Leslie Burkholder says
I love your Feline Flower!! I too have one, Samson variety, but you have to be careful with Feline Flowers, they tend to take over!!
Sandy H says
Very pretty! If you want to avoid bleach, about the same amount of hydrogen peroxide has much the same effect on reducing decay in the water in a bouquet and is a little less obnoxious for the environment.
(And be careful just as you would with bleach, since it will bleach away colors and finishes.)
It is splendid; the choice of colors/flowers/greens(and the urn) is perfect.
The second photo is award winning for the photographer and the florist.
I imagine Renoir would have wanted to paint this masterpiece.
As always, merci.
Kevin Lee, Your post on face book can make my day. If it is not your receipts – well them – it is your lovely home with flowers that brighten your day and mine, Thank you.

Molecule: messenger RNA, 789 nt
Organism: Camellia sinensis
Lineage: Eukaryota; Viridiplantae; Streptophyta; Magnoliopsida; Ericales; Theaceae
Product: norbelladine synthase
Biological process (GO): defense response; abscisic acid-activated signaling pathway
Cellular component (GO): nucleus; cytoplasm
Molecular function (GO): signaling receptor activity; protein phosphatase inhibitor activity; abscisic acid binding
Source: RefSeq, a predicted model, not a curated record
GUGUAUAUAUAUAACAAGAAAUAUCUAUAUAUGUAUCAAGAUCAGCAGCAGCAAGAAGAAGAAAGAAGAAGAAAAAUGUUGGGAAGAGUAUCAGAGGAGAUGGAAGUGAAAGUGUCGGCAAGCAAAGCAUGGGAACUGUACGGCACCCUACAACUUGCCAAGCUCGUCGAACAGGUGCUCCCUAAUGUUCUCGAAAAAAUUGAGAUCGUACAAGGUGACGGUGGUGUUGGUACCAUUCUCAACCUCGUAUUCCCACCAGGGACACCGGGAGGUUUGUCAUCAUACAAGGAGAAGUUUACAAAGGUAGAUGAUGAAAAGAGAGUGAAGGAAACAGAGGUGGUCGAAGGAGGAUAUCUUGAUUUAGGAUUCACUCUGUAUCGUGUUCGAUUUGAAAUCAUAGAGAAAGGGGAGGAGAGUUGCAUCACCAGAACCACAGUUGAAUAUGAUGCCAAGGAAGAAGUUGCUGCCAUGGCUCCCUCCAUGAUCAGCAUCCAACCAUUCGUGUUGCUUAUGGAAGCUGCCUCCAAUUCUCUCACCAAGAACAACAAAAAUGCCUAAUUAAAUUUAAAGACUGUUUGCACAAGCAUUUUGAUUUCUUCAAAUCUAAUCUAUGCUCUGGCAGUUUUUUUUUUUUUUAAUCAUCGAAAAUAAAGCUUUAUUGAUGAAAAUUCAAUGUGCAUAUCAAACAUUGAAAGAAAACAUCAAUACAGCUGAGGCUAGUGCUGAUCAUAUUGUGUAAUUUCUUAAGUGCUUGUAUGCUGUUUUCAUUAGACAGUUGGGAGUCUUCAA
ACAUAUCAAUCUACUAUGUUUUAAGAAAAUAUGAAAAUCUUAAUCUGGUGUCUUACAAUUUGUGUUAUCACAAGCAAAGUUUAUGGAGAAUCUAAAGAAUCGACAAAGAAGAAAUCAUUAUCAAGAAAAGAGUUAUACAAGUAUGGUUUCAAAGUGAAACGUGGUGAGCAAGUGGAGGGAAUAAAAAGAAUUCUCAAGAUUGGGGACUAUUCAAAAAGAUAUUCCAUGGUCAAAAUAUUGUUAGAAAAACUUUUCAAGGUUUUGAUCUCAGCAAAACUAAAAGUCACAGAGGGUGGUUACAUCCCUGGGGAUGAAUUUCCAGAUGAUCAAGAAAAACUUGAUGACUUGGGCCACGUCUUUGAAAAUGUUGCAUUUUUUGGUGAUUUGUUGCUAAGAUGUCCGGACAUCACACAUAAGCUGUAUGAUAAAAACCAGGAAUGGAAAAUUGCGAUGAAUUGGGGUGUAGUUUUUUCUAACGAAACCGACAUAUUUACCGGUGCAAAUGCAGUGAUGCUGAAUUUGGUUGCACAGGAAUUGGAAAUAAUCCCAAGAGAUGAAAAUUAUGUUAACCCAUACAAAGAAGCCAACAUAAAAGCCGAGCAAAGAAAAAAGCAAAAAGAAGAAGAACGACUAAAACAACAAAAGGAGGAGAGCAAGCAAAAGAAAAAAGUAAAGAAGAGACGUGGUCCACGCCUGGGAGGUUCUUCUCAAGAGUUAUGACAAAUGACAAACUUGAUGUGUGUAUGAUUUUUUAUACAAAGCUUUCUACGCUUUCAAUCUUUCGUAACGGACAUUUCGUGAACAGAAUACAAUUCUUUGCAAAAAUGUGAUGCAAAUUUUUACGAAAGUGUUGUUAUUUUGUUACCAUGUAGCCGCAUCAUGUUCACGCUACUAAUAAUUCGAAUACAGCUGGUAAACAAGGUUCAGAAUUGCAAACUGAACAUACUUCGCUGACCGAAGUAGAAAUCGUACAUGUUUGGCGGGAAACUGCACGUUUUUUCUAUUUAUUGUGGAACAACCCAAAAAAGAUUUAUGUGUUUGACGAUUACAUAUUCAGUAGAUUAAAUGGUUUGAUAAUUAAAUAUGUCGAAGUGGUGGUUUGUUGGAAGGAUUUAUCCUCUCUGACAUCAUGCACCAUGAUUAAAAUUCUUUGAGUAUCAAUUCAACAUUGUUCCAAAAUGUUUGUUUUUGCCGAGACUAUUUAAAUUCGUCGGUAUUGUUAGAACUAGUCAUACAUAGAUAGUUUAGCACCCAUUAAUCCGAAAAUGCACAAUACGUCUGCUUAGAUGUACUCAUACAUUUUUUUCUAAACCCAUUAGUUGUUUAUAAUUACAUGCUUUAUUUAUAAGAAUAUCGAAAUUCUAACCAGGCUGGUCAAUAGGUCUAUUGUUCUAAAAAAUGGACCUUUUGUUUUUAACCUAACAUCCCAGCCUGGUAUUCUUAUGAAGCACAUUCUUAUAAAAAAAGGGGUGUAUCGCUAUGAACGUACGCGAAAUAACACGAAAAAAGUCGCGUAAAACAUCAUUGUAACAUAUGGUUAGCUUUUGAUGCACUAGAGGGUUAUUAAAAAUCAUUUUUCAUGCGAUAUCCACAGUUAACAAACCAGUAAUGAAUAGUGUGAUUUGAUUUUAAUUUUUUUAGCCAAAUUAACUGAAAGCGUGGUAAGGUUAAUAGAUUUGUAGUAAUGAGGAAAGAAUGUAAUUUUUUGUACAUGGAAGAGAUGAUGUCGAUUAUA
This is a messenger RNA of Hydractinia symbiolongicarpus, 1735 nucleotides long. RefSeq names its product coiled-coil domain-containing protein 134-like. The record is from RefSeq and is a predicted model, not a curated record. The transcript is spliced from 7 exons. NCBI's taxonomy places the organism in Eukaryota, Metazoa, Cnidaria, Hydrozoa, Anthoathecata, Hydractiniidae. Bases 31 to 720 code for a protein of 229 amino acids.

I love the Hot Hued Gerbera daisy. Possibly exactly because they look like the “trollop” in your description. So, there you go, insult one of my faves and get a compliment back. Love your blog (is this called a blog?). Keep on keeping on.
Camille warmed my heart the most, she is a beauty.
A beautiful floral spirits-lifter–thank you. All my favorite colors and flowers. Your post made my Monday morning, including the lovely Camille.
PINK!!!!! my favorite color. lovely for sure!
You got me with the teaser of the rare “feline” flower. I said to myself, “I never heard of that, let me go see”. LOL know I know I have heard of that and have suspect it’s not quite so rare.
Bruni Haydl says
Thought you might find it interesting that the German word for carnation and clove is the same: Nelke. Not surprising given the spicy scent.
Margaret Malloy says
Would have been nice to include a link to Erin Brady’s website.